Ever thought of writing fantasy as a human right? Did you ever think that Fantasy Writer is a role inherited from the divine? Think again. (Also read the poem, “Mythopoeia,” if this interests you– I was going to put a quote from it in here, but I could not choose a single one, so go read the full thing instead.)

“We may put a deadly green upon a man’s face and produce a horror; we may make the rare and terrible blue moon to shine; or we may cause woods to spring with silver leaves and rams to wear fleeces of gold, and put hot fire into the belly of the cold worm. But in such ‘fantasy’, as it is called, a new form is made; Faërie begins; Man becomes a sub-creator.” (22-23)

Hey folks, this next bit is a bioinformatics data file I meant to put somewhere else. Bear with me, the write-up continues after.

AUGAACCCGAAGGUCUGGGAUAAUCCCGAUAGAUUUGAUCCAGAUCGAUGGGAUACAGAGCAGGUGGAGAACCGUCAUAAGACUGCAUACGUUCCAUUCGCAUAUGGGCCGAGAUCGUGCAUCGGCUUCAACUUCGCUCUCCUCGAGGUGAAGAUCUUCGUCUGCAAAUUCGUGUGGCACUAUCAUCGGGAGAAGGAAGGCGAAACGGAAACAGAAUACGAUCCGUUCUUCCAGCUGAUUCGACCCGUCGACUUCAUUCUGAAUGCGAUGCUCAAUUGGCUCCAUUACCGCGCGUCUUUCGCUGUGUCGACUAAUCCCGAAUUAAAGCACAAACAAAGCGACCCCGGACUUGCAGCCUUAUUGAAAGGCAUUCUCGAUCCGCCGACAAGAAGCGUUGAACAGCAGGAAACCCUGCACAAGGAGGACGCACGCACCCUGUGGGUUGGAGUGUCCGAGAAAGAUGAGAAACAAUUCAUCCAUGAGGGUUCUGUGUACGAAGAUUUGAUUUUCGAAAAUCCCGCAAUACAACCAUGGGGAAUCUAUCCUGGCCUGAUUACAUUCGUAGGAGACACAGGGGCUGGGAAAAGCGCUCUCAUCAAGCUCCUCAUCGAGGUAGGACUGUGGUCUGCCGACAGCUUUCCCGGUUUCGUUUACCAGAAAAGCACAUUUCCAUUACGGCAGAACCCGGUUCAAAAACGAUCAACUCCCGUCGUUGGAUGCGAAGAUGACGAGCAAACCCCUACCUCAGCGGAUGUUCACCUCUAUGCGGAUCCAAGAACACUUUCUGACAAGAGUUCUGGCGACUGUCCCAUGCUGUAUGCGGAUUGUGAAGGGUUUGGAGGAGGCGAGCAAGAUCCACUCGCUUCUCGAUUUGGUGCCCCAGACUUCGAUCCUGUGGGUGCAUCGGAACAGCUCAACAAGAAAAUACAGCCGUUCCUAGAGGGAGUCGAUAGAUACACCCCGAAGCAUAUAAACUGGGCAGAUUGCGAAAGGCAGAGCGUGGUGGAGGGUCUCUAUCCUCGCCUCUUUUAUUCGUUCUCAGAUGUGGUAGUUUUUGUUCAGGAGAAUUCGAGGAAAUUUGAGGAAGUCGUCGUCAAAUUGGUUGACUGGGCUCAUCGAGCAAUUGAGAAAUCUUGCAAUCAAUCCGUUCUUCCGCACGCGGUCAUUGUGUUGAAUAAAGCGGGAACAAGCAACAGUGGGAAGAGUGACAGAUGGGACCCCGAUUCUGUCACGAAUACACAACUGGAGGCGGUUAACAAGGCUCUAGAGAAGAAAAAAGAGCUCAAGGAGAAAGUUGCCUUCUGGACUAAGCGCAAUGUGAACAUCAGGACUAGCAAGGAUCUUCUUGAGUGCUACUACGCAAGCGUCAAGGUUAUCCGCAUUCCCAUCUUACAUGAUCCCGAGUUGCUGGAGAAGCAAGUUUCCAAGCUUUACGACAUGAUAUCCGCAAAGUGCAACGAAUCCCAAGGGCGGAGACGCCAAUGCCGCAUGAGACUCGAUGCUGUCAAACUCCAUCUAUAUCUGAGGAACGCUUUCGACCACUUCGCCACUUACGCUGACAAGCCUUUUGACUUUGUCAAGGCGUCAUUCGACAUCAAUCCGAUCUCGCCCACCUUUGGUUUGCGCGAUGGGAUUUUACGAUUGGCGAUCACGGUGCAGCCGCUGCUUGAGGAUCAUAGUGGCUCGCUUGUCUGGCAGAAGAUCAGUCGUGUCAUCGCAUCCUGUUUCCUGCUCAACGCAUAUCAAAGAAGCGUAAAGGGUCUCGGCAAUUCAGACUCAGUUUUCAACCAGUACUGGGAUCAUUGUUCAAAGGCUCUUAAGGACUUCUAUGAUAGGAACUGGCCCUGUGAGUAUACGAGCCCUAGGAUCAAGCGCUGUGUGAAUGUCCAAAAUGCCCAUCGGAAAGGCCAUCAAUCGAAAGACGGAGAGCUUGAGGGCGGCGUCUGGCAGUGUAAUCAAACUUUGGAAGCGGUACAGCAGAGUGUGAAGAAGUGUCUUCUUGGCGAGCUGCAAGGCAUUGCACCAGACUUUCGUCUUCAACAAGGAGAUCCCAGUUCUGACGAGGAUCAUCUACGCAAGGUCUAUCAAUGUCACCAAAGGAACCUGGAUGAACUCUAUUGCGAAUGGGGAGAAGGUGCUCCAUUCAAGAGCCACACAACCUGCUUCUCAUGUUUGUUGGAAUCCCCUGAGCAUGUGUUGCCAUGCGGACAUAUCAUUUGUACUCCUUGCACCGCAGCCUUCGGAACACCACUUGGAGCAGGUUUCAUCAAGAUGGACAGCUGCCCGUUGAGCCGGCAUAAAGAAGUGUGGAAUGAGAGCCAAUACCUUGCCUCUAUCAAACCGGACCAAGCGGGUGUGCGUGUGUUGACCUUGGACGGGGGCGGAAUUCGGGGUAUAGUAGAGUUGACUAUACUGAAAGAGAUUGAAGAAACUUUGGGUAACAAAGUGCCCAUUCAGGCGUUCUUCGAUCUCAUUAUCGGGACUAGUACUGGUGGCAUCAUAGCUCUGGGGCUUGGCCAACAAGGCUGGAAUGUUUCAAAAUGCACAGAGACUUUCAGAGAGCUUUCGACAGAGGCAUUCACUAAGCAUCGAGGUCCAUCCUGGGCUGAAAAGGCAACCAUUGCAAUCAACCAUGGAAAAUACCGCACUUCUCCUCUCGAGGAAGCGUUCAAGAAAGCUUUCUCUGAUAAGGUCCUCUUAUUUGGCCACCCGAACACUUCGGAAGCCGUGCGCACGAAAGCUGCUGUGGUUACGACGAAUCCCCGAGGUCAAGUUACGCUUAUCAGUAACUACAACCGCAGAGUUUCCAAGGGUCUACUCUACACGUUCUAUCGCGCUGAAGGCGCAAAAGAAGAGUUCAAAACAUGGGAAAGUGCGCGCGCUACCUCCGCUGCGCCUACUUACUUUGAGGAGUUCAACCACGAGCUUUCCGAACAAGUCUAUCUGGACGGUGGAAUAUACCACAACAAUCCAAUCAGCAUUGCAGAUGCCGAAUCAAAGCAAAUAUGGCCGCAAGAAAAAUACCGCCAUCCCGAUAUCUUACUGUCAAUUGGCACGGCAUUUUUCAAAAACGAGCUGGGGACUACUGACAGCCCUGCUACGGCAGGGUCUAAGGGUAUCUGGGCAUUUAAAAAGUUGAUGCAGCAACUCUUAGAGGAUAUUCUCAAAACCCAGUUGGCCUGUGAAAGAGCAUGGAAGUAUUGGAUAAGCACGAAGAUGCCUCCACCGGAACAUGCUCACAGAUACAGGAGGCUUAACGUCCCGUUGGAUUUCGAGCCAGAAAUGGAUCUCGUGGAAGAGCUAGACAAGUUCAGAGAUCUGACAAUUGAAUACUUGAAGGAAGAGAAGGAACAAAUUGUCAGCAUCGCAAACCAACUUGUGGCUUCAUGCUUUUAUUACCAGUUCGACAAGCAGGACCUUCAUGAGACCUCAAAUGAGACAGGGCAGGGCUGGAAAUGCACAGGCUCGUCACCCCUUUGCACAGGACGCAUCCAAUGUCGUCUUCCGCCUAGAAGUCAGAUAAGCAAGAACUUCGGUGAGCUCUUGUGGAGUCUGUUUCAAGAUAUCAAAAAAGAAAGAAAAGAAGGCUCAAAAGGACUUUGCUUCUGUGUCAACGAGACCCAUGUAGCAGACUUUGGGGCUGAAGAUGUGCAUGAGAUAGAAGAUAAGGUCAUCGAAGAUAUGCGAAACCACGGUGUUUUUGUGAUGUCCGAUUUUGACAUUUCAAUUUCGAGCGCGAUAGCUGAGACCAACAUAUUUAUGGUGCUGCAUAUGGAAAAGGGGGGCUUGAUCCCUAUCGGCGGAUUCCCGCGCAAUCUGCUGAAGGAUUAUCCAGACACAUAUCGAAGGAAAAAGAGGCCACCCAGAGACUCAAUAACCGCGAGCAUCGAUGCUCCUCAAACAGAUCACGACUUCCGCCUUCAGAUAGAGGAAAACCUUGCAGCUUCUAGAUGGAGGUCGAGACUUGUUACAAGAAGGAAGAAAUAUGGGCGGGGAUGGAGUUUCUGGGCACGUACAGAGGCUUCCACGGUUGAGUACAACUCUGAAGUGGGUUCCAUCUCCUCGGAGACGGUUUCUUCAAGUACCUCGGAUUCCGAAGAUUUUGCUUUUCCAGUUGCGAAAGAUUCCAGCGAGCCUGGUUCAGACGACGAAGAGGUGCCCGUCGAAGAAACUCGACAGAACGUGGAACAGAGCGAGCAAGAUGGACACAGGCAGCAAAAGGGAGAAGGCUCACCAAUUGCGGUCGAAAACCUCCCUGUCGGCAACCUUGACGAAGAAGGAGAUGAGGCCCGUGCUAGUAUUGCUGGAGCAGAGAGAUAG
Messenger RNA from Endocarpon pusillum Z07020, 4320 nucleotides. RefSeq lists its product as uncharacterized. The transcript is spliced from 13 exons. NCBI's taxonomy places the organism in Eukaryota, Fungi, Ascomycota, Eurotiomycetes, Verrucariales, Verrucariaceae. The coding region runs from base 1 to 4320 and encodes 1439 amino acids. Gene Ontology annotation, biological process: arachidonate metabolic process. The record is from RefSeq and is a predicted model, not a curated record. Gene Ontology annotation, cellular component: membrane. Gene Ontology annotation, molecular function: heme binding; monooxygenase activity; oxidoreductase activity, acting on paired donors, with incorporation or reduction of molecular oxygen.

“Fantasy remains a human right: we make in our measure and in our derivative mode, because we are made: and not only made, but made in the image and likeness of a Maker.” (56)

An Address to the Jaded Student of Faërie (aka you and me)

I know this quote in long, but you may need to hear it. I know that I did.